Communion: Close or Closed? by Pr. Klemet Preus

(Editor’s Note: This is the first of five posts on Holy Communion by Pastor Preus.)

What is going on in the synod regarding the practice of who is admitted to the Lord’s Supper?

First of all let’s settle the question of Close or Closed. That will be the topic of this Blog.

So which is it? Do we practice “close communion” or “closed communion?” Recently I read a comment in which the writer said that he prefers the word “close” to “closed” because the former does not seem as negative. We don’t want to express that we are closed off as a group or that our altars are closed to people as though we’re a store with sign up that says “closed.” That’s too standoffish, it is claimed. It keeps people away. We want to attract people not repel them. “Closed” suggests exclusivity rather than the more politically correct “inclusivity.” Rather we want to express the closeness of the group. We aren’t closed but a close knit group. So, it is averred, we should not talk about “closed communion but close communion.”

There are three problems with this view. The first is historical. The word “closed” comes from the early church practice of the deacon, just before the service of the Sacrament, crying out “The doors, the doors, close the doors,” at which point the doors would literally be closed with no admittance granted to anyone who was merely a witness to the proceedings. The uninitiated and visitors would not only be excluded from coming forward to the altar but they would not be allowed in the room. The word “close” on the other hand, as best as I have determined is of relatively recent vintage. It comes from late nineteenth and early twentieth century Baptist sources and was ignorantly or deliberately imported into LCMS circles in the 1940s and fifties. Sources for your further study are Elert’s “Eucharist in the first four Centuries” and an article by Norman Nagel entitled “Closed Communion: In the way of the gospel; In the way of the law.” (Concordia Journal 1991 Volume 17 Number 1 pp. 20-29) in which he shows that the English Translation of Pieper’s Dogmatics simply dropped the adjective “closed” from modifying the noun “Communion”. Nagel, justifiably irked, referred to the mistranslation as “villainy.” (ibid. p. 27). At any rate the use of the word “close” seems to be more a symptom of Missouri’s parochial nature or a pious desire that reality would be different than it is. The proper and historical expression is “closed communion.”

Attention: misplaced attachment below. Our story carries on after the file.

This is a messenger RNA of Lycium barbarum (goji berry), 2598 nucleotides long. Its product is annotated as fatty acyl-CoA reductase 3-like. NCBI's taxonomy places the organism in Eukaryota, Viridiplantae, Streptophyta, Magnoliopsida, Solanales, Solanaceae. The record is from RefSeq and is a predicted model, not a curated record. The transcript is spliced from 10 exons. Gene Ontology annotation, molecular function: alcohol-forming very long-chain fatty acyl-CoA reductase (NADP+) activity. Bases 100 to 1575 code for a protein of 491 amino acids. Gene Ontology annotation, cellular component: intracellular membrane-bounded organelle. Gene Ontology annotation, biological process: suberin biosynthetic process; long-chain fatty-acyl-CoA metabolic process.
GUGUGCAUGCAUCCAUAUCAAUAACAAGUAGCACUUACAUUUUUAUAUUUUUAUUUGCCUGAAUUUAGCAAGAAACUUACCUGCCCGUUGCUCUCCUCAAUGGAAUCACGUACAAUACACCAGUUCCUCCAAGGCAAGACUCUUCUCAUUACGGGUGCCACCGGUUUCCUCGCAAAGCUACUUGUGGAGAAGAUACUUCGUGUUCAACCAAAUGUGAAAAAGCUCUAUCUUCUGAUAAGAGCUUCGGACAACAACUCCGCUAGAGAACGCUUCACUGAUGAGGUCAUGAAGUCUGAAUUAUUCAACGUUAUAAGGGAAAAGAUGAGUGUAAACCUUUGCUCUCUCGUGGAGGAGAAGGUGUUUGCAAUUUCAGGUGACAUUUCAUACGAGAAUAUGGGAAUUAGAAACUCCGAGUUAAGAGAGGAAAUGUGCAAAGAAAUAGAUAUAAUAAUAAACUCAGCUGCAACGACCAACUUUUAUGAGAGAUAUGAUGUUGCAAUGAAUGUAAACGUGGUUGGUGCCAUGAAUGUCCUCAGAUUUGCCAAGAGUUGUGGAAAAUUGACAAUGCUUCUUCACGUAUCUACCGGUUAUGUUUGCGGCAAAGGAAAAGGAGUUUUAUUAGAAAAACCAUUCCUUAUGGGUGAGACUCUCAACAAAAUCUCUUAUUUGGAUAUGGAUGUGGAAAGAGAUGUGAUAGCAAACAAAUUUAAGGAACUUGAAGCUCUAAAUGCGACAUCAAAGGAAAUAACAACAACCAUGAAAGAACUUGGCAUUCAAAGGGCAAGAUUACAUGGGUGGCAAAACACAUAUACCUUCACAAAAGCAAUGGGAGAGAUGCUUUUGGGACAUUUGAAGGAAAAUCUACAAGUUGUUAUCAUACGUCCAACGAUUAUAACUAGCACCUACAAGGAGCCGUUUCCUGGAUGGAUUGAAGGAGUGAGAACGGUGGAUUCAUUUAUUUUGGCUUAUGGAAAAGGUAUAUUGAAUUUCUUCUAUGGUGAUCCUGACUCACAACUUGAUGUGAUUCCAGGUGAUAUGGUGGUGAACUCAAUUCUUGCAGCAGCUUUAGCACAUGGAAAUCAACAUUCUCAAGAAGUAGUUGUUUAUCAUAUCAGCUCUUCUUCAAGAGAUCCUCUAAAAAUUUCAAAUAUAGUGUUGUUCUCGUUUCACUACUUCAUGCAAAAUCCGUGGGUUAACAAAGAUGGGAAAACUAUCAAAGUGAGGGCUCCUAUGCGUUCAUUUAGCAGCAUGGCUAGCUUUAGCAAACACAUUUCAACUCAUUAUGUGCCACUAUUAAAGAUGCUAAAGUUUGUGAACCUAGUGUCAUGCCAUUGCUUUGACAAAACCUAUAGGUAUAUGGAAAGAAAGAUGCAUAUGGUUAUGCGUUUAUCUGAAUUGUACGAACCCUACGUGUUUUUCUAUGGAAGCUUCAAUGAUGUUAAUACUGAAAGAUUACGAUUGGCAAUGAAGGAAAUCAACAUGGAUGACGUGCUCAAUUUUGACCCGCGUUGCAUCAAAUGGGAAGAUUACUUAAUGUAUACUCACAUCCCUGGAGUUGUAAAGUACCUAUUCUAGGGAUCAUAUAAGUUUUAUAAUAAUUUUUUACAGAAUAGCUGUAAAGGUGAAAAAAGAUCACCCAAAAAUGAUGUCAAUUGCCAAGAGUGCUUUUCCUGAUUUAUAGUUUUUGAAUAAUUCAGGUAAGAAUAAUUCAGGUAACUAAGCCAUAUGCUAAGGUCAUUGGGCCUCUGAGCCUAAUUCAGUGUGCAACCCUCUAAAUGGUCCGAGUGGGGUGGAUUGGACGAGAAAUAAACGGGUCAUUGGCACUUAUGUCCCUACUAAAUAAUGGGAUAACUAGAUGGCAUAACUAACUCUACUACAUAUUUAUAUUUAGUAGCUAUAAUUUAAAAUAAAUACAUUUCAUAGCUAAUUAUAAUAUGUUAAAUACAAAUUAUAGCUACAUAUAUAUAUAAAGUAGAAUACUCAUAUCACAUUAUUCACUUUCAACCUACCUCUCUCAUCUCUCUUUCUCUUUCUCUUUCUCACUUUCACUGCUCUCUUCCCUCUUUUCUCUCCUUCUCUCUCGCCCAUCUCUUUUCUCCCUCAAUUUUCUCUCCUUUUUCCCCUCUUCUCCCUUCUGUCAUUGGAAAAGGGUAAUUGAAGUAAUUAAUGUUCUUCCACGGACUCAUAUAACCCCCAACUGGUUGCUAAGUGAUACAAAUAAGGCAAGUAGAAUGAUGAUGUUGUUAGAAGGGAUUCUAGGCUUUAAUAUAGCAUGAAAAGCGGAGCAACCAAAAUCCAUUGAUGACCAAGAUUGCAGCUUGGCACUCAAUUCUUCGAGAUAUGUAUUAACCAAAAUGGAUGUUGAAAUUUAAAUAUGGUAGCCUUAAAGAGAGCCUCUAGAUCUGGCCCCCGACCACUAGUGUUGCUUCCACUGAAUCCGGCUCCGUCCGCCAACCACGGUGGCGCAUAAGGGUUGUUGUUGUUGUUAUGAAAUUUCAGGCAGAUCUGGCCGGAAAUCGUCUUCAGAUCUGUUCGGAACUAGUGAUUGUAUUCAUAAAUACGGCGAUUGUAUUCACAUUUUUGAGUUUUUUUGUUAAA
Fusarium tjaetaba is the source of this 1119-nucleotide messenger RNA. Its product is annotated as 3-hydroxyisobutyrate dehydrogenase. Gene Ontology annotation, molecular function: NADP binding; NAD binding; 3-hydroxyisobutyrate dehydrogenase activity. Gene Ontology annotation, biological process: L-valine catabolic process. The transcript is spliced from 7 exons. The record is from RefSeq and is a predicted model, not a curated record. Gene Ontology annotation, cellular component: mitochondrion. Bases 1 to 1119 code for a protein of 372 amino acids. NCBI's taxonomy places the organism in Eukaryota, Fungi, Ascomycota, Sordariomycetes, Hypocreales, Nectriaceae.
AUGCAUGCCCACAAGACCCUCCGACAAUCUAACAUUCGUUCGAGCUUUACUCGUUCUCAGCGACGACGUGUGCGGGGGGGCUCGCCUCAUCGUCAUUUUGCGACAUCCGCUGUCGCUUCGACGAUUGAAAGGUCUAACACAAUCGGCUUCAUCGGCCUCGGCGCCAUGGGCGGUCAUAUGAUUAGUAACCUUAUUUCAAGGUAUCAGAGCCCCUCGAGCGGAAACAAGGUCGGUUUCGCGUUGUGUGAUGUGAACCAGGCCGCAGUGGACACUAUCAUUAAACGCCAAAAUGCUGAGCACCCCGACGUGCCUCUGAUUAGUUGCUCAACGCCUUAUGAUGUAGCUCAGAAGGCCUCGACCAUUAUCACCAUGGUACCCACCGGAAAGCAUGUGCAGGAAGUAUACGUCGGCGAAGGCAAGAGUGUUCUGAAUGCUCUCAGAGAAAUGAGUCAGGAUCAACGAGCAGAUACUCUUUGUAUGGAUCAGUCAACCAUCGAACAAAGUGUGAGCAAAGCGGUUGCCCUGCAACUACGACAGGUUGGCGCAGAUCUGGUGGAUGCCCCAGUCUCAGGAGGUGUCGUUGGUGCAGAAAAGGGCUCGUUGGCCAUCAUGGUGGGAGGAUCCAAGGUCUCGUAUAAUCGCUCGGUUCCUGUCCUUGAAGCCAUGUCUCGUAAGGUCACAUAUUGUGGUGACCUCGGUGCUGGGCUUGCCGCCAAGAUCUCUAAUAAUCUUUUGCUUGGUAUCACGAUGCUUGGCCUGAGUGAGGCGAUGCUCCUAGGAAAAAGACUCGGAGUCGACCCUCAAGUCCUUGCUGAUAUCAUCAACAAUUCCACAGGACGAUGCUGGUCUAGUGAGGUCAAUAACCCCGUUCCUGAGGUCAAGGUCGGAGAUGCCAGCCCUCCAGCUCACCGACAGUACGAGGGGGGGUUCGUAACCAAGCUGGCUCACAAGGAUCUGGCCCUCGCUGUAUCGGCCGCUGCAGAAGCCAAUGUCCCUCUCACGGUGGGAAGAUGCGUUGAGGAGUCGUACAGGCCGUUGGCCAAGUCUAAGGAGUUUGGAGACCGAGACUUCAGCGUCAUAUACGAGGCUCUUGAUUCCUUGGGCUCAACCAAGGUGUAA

The second problem with the expression “close communion” is grammatical. The opposite of “close” is “far.” The opposite of “closed” is “open.” Who ever heard of “far communion?” People who do not follow our practice of restricting attendance at the altar are said to practice “open Communion.” Of course this makes no sense unless its opposite is “closed communion.”

Third, the use of the expression “close communion” is theologically weak. It seems to be little more than an attempt to temper precisely what is being communicated in the practice of closed communion. In closed communion we are saying that a person must be attached to an altar of a church which is orthodox. This orthodoxy places a church in altar fellowship with other faithful congregations of the true church. The basis for this fellowship is a common confession of the truth of the Gospel and all of its articles. That’s what orthodoxy is. If someone does not enjoy this fellowship they have a problem which is easily solved. Instruct them, examine them, absolve them, connect them to an altar of a true orthodox church and commune them. If this is something they do not want or refuse then they need a word of law. “You are not welcome to the altar of the true church because you will not heed the evangelical confession of this true church. Our communion is closed to you until you are instructed and absolved in Christ’s true church.” It really has nothing to do with being Missouri Synod except that the LCMS ostensibly is a collection of true churches. By claiming that our communion is “close” rather than “closed” we switch the stress from belonging to something that is God’s to something that is ours. We are saying, “Make a commitment to our closeness and promise to be part of us and everything will be OK.” The relationship is with us rather than with the true church. It is subjective rather than objective. It is weak and not strong.

So let’s cease and desist from the expression “close communion” once and for all. Let’s speak of closed communion and at least use the same expression, define this expression the same way and discuss it. That way we have a better chance of coming to some common understanding of what our practice really ought to be.

Next time: Do we really practice “closed communion” in the LCMS.

Leave a Reply

Your email address will not be published. Required fields are marked *

Notify me of followup comments via e-mail. You can also subscribe without commenting.

This site uses Akismet to reduce spam. Learn how your comment data is processed.